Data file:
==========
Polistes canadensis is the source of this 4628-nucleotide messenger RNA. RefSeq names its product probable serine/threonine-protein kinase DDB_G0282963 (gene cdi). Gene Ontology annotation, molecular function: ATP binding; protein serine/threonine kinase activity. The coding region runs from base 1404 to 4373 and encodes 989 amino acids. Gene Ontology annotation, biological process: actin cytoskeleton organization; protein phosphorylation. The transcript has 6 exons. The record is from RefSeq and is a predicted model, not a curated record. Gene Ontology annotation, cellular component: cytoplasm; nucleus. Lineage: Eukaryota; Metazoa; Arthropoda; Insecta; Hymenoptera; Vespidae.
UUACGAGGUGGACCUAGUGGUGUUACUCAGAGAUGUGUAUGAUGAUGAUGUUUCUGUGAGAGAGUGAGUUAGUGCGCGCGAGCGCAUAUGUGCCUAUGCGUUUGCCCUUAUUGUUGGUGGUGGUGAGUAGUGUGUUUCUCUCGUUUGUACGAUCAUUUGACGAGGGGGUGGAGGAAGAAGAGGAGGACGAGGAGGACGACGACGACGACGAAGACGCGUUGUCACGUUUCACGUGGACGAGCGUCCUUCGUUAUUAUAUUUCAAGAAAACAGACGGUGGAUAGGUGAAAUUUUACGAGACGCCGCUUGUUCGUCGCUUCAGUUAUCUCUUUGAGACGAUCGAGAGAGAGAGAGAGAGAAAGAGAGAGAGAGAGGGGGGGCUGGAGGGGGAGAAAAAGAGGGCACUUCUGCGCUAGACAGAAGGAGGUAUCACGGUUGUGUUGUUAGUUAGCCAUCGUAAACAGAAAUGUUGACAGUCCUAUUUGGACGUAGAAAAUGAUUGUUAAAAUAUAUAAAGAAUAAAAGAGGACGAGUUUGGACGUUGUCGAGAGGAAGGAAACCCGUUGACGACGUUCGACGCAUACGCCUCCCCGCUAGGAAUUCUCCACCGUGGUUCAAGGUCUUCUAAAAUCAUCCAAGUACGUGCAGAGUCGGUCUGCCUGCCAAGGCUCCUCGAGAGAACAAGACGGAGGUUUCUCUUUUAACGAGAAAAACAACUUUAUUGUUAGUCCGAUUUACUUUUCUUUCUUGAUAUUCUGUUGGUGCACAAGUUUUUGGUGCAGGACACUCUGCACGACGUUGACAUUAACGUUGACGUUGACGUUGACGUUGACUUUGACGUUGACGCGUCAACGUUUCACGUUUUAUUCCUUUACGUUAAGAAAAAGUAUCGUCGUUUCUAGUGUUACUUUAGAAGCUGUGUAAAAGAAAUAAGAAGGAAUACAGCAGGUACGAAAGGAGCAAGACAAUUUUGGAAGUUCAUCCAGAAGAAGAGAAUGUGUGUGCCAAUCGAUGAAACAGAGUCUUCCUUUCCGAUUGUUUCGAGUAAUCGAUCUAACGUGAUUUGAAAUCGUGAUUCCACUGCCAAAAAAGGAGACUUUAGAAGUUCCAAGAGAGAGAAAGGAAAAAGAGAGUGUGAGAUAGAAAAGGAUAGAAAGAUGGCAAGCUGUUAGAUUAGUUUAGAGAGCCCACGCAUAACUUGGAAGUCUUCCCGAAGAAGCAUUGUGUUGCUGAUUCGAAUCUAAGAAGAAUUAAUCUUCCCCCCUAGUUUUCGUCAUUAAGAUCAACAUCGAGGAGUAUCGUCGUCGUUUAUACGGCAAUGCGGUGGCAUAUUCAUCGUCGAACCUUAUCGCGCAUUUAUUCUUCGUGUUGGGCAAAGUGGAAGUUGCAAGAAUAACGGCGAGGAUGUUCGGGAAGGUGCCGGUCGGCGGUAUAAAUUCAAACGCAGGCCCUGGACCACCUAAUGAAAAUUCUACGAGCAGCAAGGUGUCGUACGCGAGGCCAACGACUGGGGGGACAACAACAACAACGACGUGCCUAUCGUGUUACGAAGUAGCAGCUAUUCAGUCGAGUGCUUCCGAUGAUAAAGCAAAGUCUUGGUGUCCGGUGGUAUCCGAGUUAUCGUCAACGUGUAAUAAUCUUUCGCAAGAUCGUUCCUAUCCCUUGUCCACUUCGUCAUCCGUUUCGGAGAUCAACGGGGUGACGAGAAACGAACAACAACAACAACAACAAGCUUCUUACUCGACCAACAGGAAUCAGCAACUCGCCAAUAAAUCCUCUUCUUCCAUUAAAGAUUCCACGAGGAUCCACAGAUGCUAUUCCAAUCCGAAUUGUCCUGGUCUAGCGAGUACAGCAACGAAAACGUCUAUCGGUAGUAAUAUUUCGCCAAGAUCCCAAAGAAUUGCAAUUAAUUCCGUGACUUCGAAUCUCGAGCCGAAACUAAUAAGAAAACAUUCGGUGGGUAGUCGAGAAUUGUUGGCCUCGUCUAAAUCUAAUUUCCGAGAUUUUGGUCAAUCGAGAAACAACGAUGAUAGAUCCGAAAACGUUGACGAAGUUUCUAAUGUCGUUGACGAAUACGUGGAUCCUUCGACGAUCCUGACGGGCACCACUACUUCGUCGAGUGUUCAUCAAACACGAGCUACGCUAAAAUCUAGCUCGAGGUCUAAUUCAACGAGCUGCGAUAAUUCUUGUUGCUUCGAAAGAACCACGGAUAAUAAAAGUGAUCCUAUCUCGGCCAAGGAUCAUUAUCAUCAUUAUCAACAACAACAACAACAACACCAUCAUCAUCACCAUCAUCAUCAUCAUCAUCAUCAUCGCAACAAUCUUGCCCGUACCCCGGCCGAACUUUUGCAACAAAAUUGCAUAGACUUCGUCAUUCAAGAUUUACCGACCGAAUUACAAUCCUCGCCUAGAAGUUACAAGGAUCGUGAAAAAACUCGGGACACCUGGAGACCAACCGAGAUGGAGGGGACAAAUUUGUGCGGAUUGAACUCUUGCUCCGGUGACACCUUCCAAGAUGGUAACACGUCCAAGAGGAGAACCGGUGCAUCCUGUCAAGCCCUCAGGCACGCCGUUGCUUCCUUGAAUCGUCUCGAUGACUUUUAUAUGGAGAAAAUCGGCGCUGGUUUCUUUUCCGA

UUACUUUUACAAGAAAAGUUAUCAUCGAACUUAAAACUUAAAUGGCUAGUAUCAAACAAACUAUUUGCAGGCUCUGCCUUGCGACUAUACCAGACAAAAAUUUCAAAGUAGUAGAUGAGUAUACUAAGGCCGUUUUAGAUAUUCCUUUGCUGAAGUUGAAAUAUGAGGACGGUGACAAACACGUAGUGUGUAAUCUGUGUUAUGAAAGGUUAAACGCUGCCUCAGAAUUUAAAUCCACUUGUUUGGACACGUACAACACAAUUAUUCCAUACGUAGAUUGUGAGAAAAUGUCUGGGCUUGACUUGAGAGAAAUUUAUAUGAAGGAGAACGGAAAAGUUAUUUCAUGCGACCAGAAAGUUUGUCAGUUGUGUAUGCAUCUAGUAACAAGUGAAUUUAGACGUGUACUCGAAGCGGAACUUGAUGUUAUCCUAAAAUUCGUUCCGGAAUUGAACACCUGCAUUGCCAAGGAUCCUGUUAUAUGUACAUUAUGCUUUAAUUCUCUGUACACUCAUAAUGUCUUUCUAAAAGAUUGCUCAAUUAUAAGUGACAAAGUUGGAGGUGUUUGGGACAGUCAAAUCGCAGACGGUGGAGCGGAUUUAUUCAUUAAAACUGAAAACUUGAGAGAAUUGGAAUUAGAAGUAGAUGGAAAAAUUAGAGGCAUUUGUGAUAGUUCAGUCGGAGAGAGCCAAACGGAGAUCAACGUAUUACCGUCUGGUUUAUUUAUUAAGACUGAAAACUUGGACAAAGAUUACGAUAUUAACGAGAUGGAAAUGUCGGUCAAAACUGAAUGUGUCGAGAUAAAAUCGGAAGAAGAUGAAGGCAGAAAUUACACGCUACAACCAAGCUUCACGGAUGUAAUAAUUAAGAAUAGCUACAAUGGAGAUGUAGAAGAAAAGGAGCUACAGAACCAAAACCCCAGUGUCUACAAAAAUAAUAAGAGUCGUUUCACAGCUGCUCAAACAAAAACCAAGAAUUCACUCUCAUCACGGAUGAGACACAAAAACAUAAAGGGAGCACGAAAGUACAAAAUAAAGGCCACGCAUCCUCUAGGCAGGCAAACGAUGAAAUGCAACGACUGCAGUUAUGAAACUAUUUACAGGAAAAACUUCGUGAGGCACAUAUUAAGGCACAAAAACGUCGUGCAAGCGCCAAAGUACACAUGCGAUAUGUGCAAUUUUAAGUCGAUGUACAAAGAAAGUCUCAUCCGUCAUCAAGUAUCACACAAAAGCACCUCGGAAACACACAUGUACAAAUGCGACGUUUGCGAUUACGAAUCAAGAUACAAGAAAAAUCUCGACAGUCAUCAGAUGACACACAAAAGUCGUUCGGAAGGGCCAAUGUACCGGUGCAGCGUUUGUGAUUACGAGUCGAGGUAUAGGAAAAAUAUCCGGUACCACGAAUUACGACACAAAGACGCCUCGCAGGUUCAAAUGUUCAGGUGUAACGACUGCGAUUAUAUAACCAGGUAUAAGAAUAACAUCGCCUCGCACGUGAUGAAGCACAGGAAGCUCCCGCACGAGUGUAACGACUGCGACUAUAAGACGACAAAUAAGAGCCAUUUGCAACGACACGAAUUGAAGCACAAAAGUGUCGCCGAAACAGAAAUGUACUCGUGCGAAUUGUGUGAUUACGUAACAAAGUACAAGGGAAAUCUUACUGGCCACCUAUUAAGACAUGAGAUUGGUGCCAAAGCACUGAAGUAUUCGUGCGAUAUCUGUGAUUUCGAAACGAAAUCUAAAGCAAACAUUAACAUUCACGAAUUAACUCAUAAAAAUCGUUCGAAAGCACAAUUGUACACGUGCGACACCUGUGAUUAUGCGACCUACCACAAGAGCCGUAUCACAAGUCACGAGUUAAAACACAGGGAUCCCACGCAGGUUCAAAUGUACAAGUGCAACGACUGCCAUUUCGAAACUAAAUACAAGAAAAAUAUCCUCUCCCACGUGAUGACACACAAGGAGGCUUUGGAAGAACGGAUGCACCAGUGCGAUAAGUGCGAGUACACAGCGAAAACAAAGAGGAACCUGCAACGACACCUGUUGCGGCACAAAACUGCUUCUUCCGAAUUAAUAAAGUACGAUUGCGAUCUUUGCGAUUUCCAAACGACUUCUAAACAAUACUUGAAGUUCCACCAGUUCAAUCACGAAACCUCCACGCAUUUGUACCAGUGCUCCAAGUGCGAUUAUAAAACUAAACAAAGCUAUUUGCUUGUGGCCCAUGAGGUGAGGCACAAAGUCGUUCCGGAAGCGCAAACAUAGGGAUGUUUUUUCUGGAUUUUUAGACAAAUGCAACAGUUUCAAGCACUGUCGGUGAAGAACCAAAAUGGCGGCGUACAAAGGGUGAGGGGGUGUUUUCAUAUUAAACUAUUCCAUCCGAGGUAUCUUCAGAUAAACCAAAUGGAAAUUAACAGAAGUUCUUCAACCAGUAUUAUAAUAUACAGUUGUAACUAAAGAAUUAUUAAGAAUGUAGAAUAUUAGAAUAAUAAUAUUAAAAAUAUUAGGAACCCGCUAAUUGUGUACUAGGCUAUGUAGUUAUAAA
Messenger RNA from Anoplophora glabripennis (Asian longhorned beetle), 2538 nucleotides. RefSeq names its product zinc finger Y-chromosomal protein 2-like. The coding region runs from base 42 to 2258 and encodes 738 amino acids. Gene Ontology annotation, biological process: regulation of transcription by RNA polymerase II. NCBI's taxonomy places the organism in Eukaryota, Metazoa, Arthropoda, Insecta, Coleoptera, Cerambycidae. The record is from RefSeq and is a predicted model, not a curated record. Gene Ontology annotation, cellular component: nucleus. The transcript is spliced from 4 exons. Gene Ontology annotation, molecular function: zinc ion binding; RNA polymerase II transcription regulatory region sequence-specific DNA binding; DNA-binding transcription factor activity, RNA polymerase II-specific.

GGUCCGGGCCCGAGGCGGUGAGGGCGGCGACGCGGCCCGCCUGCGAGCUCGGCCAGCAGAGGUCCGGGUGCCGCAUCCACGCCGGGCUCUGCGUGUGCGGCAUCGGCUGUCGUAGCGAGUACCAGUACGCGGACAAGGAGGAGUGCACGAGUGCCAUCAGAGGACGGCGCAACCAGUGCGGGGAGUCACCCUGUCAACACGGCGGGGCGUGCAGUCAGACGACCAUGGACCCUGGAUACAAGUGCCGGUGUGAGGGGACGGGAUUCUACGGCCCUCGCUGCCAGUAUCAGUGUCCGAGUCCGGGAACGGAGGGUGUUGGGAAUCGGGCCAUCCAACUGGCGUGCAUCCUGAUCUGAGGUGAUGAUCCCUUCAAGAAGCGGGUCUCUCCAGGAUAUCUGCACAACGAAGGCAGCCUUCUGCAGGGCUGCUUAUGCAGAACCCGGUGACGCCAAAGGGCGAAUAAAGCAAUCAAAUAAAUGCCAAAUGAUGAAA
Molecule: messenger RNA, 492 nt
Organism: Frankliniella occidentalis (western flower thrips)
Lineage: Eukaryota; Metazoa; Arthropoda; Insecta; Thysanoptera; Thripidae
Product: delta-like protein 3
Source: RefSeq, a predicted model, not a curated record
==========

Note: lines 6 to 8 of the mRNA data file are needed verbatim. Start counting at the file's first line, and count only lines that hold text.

Molecule: messenger RNA, 492 nt
Organism: Frankliniella occidentalis (western flower thrips)
Lineage: Eukaryota; Metazoa; Arthropoda; Insecta; Thysanoptera; Thripidae